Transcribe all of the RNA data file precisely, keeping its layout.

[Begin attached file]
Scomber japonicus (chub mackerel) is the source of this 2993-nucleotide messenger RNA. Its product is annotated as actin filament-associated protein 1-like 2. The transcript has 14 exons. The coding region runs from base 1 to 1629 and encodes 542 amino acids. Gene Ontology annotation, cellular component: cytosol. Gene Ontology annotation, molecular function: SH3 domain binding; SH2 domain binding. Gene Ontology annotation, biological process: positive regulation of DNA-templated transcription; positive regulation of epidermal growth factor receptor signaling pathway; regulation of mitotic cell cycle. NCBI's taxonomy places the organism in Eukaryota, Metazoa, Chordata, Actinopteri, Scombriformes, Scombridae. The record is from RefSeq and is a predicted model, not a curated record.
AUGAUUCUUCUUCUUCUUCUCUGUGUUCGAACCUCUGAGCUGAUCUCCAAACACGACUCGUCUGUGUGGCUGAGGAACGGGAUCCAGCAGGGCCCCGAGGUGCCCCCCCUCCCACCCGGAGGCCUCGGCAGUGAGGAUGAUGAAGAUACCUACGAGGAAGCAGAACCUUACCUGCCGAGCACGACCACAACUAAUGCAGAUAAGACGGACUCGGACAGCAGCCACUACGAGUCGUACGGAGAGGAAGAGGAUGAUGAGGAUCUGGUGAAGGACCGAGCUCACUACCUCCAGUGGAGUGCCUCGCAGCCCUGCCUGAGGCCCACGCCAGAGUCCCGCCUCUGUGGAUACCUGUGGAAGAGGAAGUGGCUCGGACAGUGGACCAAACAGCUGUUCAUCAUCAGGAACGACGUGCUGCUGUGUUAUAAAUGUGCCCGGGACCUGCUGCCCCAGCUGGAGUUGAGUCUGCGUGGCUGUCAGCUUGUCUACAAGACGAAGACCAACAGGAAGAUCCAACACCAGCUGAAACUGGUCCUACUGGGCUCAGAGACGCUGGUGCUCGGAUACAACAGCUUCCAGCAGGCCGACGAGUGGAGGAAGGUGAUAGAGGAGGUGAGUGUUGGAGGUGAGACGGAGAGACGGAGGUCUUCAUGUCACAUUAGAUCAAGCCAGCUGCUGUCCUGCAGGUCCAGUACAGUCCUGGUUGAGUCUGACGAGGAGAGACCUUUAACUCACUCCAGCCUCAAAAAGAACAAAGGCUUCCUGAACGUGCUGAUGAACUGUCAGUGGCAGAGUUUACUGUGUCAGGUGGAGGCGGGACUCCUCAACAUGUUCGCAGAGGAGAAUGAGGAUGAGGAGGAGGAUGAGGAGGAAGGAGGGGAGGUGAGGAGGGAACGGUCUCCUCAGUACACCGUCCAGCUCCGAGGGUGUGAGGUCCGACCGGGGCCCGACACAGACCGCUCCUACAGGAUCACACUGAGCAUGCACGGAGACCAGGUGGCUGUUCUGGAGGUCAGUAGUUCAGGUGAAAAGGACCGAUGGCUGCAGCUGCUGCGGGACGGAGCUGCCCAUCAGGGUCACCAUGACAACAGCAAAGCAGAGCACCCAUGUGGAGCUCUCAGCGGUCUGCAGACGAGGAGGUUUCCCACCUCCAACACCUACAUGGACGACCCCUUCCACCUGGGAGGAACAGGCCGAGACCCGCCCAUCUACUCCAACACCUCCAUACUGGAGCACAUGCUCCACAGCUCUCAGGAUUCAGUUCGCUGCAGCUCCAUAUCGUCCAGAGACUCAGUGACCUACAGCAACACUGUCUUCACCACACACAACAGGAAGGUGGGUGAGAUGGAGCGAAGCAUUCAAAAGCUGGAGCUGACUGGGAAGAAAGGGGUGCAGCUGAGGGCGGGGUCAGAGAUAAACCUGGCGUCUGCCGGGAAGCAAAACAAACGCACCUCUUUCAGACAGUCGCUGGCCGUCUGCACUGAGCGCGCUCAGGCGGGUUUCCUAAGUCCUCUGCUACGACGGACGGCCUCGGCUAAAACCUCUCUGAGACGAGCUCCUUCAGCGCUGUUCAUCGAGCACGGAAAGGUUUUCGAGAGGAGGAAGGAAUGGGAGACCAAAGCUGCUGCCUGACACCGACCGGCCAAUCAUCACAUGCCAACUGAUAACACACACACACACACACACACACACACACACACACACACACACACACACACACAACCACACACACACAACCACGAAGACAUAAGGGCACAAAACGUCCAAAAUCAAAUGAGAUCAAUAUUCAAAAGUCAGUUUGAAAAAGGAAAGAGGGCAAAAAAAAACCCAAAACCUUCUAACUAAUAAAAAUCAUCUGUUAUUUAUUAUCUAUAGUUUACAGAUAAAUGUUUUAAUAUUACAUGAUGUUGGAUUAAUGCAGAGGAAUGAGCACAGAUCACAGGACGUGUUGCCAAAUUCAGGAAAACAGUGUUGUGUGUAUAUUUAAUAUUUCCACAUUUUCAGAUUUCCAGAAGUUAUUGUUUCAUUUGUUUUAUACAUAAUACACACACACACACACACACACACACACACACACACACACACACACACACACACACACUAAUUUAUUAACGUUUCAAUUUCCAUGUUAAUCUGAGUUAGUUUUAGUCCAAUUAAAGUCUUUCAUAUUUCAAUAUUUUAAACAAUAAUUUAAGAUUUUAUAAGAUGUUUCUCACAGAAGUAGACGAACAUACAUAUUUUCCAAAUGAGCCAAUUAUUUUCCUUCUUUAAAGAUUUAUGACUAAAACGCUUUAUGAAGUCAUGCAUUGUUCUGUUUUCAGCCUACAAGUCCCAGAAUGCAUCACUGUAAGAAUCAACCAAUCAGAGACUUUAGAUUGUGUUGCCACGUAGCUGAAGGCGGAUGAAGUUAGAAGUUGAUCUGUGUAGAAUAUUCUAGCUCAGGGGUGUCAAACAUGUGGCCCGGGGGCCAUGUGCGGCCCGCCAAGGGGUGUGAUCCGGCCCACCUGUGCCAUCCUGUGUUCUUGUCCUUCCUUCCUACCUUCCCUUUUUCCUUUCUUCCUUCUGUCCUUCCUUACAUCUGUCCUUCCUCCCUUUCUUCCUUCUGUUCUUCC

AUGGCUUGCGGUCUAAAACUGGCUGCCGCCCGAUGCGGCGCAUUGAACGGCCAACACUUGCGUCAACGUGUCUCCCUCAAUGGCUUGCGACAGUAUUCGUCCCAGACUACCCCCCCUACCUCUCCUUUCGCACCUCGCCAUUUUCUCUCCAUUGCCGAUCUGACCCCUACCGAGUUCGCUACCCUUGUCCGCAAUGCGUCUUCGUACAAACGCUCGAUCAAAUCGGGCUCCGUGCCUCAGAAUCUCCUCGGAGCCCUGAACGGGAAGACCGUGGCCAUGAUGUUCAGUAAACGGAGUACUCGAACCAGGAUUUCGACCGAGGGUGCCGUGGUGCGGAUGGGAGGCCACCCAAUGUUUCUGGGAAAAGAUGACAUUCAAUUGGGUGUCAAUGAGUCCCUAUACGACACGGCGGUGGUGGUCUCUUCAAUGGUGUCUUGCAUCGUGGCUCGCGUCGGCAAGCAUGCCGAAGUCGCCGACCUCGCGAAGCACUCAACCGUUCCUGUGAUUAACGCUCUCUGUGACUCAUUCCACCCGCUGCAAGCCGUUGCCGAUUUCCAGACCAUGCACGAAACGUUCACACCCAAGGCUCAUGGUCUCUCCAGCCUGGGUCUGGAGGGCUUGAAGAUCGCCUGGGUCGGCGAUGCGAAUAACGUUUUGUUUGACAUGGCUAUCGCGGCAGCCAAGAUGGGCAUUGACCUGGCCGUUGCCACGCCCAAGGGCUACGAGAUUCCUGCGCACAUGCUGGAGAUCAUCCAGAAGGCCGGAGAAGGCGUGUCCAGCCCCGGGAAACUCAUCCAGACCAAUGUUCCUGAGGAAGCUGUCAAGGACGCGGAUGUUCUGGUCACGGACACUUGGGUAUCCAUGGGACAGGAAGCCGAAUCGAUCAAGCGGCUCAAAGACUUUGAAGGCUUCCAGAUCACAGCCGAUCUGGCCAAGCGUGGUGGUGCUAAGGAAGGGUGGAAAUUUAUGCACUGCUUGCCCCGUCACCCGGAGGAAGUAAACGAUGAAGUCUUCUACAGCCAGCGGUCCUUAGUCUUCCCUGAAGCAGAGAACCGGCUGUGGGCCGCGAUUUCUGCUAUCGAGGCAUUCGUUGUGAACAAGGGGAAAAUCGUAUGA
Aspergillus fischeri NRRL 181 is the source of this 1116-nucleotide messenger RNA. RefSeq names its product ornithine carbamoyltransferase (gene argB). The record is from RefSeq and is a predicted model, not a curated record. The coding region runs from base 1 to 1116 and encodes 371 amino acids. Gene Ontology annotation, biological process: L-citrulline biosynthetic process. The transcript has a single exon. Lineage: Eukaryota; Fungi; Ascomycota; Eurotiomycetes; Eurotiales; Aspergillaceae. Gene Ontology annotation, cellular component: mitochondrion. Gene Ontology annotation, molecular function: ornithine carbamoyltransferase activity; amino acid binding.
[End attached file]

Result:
Scomber japonicus (chub mackerel) is the source of this 2993-nucleotide messenger RNA. Its product is annotated as actin filament-associated protein 1-like 2. The transcript has 14 exons. The coding region runs from base 1 to 1629 and encodes 542 amino acids. Gene Ontology annotation, cellular component: cytosol. Gene Ontology annotation, molecular function: SH3 domain binding; SH2 domain binding. Gene Ontology annotation, biological process: positive regulation of DNA-templated transcription; positive regulation of epidermal growth factor receptor signaling pathway; regulation of mitotic cell cycle. NCBI's taxonomy places the organism in Eukaryota, Metazoa, Chordata, Actinopteri, Scombriformes, Scombridae. The record is from RefSeq and is a predicted model, not a curated record.
AUGAUUCUUCUUCUUCUUCUCUGUGUUCGAACCUCUGAGCUGAUCUCCAAACACGACUCGUCUGUGUGGCUGAGGAACGGGAUCCAGCAGGGCCCCGAGGUGCCCCCCCUCCCACCCGGAGGCCUCGGCAGUGAGGAUGAUGAAGAUACCUACGAGGAAGCAGAACCUUACCUGCCGAGCACGACCACAACUAAUGCAGAUAAGACGGACUCGGACAGCAGCCACUACGAGUCGUACGGAGAGGAAGAGGAUGAUGAGGAUCUGGUGAAGGACCGAGCUCACUACCUCCAGUGGAGUGCCUCGCAGCCCUGCCUGAGGCCCACGCCAGAGUCCCGCCUCUGUGGAUACCUGUGGAAGAGGAAGUGGCUCGGACAGUGGACCAAACAGCUGUUCAUCAUCAGGAACGACGUGCUGCUGUGUUAUAAAUGUGCCCGGGACCUGCUGCCCCAGCUGGAGUUGAGUCUGCGUGGCUGUCAGCUUGUCUACAAGACGAAGACCAACAGGAAGAUCCAACACCAGCUGAAACUGGUCCUACUGGGCUCAGAGACGCUGGUGCUCGGAUACAACAGCUUCCAGCAGGCCGACGAGUGGAGGAAGGUGAUAGAGGAGGUGAGUGUUGGAGGUGAGACGGAGAGACGGAGGUCUUCAUGUCACAUUAGAUCAAGCCAGCUGCUGUCCUGCAGGUCCAGUACAGUCCUGGUUGAGUCUGACGAGGAGAGACCUUUAACUCACUCCAGCCUCAAAAAGAACAAAGGCUUCCUGAACGUGCUGAUGAACUGUCAGUGGCAGAGUUUACUGUGUCAGGUGGAGGCGGGACUCCUCAACAUGUUCGCAGAGGAGAAUGAGGAUGAGGAGGAGGAUGAGGAGGAAGGAGGGGAGGUGAGGAGGGAACGGUCUCCUCAGUACACCGUCCAGCUCCGAGGGUGUGAGGUCCGACCGGGGCCCGACACAGACCGCUCCUACAGGAUCACACUGAGCAUGCACGGAGACCAGGUGGCUGUUCUGGAGGUCAGUAGUUCAGGUGAAAAGGACCGAUGGCUGCAGCUGCUGCGGGACGGAGCUGCCCAUCAGGGUCACCAUGACAACAGCAAAGCAGAGCACCCAUGUGGAGCUCUCAGCGGUCUGCAGACGAGGAGGUUUCCCACCUCCAACACCUACAUGGACGACCCCUUCCACCUGGGAGGAACAGGCCGAGACCCGCCCAUCUACUCCAACACCUCCAUACUGGAGCACAUGCUCCACAGCUCUCAGGAUUCAGUUCGCUGCAGCUCCAUAUCGUCCAGAGACUCAGUGACCUACAGCAACACUGUCUUCACCACACACAACAGGAAGGUGGGUGAGAUGGAGCGAAGCAUUCAAAAGCUGGAGCUGACUGGGAAGAAAGGGGUGCAGCUGAGGGCGGGGUCAGAGAUAAACCUGGCGUCUGCCGGGAAGCAAAACAAACGCACCUCUUUCAGACAGUCGCUGGCCGUCUGCACUGAGCGCGCUCAGGCGGGUUUCCUAAGUCCUCUGCUACGACGGACGGCCUCGGCUAAAACCUCUCUGAGACGAGCUCCUUCAGCGCUGUUCAUCGAGCACGGAAAGGUUUUCGAGAGGAGGAAGGAAUGGGAGACCAAAGCUGCUGCCUGACACCGACCGGCCAAUCAUCACAUGCCAACUGAUAACACACACACACACACACACACACACACACACACACACACACACACACACACACAACCACACACACACAACCACGAAGACAUAAGGGCACAAAACGUCCAAAAUCAAAUGAGAUCAAUAUUCAAAAGUCAGUUUGAAAAAGGAAAGAGGGCAAAAAAAAACCCAAAACCUUCUAACUAAUAAAAAUCAUCUGUUAUUUAUUAUCUAUAGUUUACAGAUAAAUGUUUUAAUAUUACAUGAUGUUGGAUUAAUGCAGAGGAAUGAGCACAGAUCACAGGACGUGUUGCCAAAUUCAGGAAAACAGUGUUGUGUGUAUAUUUAAUAUUUCCACAUUUUCAGAUUUCCAGAAGUUAUUGUUUCAUUUGUUUUAUACAUAAUACACACACACACACACACACACACACACACACACACACACACACACACACACACACACUAAUUUAUUAACGUUUCAAUUUCCAUGUUAAUCUGAGUUAGUUUUAGUCCAAUUAAAGUCUUUCAUAUUUCAAUAUUUUAAACAAUAAUUUAAGAUUUUAUAAGAUGUUUCUCACAGAAGUAGACGAACAUACAUAUUUUCCAAAUGAGCCAAUUAUUUUCCUUCUUUAAAGAUUUAUGACUAAAACGCUUUAUGAAGUCAUGCAUUGUUCUGUUUUCAGCCUACAAGUCCCAGAAUGCAUCACUGUAAGAAUCAACCAAUCAGAGACUUUAGAUUGUGUUGCCACGUAGCUGAAGGCGGAUGAAGUUAGAAGUUGAUCUGUGUAGAAUAUUCUAGCUCAGGGGUGUCAAACAUGUGGCCCGGGGGCCAUGUGCGGCCCGCCAAGGGGUGUGAUCCGGCCCACCUGUGCCAUCCUGUGUUCUUGUCCUUCCUUCCUACCUUCCCUUUUUCCUUUCUUCCUUCUGUCCUUCCUUACAUCUGUCCUUCCUCCCUUUCUUCCUUCUGUUCUUCC

AUGGCUUGCGGUCUAAAACUGGCUGCCGCCCGAUGCGGCGCAUUGAACGGCCAACACUUGCGUCAACGUGUCUCCCUCAAUGGCUUGCGACAGUAUUCGUCCCAGACUACCCCCCCUACCUCUCCUUUCGCACCUCGCCAUUUUCUCUCCAUUGCCGAUCUGACCCCUACCGAGUUCGCUACCCUUGUCCGCAAUGCGUCUUCGUACAAACGCUCGAUCAAAUCGGGCUCCGUGCCUCAGAAUCUCCUCGGAGCCCUGAACGGGAAGACCGUGGCCAUGAUGUUCAGUAAACGGAGUACUCGAACCAGGAUUUCGACCGAGGGUGCCGUGGUGCGGAUGGGAGGCCACCCAAUGUUUCUGGGAAAAGAUGACAUUCAAUUGGGUGUCAAUGAGUCCCUAUACGACACGGCGGUGGUGGUCUCUUCAAUGGUGUCUUGCAUCGUGGCUCGCGUCGGCAAGCAUGCCGAAGUCGCCGACCUCGCGAAGCACUCAACCGUUCCUGUGAUUAACGCUCUCUGUGACUCAUUCCACCCGCUGCAAGCCGUUGCCGAUUUCCAGACCAUGCACGAAACGUUCACACCCAAGGCUCAUGGUCUCUCCAGCCUGGGUCUGGAGGGCUUGAAGAUCGCCUGGGUCGGCGAUGCGAAUAACGUUUUGUUUGACAUGGCUAUCGCGGCAGCCAAGAUGGGCAUUGACCUGGCCGUUGCCACGCCCAAGGGCUACGAGAUUCCUGCGCACAUGCUGGAGAUCAUCCAGAAGGCCGGAGAAGGCGUGUCCAGCCCCGGGAAACUCAUCCAGACCAAUGUUCCUGAGGAAGCUGUCAAGGACGCGGAUGUUCUGGUCACGGACACUUGGGUAUCCAUGGGACAGGAAGCCGAAUCGAUCAAGCGGCUCAAAGACUUUGAAGGCUUCCAGAUCACAGCCGAUCUGGCCAAGCGUGGUGGUGCUAAGGAAGGGUGGAAAUUUAUGCACUGCUUGCCCCGUCACCCGGAGGAAGUAAACGAUGAAGUCUUCUACAGCCAGCGGUCCUUAGUCUUCCCUGAAGCAGAGAACCGGCUGUGGGCCGCGAUUUCUGCUAUCGAGGCAUUCGUUGUGAACAAGGGGAAAAUCGUAUGA
Aspergillus fischeri NRRL 181 is the source of this 1116-nucleotide messenger RNA. RefSeq names its product ornithine carbamoyltransferase (gene argB). The record is from RefSeq and is a predicted model, not a curated record. The coding region runs from base 1 to 1116 and encodes 371 amino acids. Gene Ontology annotation, biological process: L-citrulline biosynthetic process. The transcript has a single exon. Lineage: Eukaryota; Fungi; Ascomycota; Eurotiomycetes; Eurotiales; Aspergillaceae. Gene Ontology annotation, cellular component: mitochondrion. Gene Ontology annotation, molecular function: ornithine carbamoyltransferase activity; amino acid binding.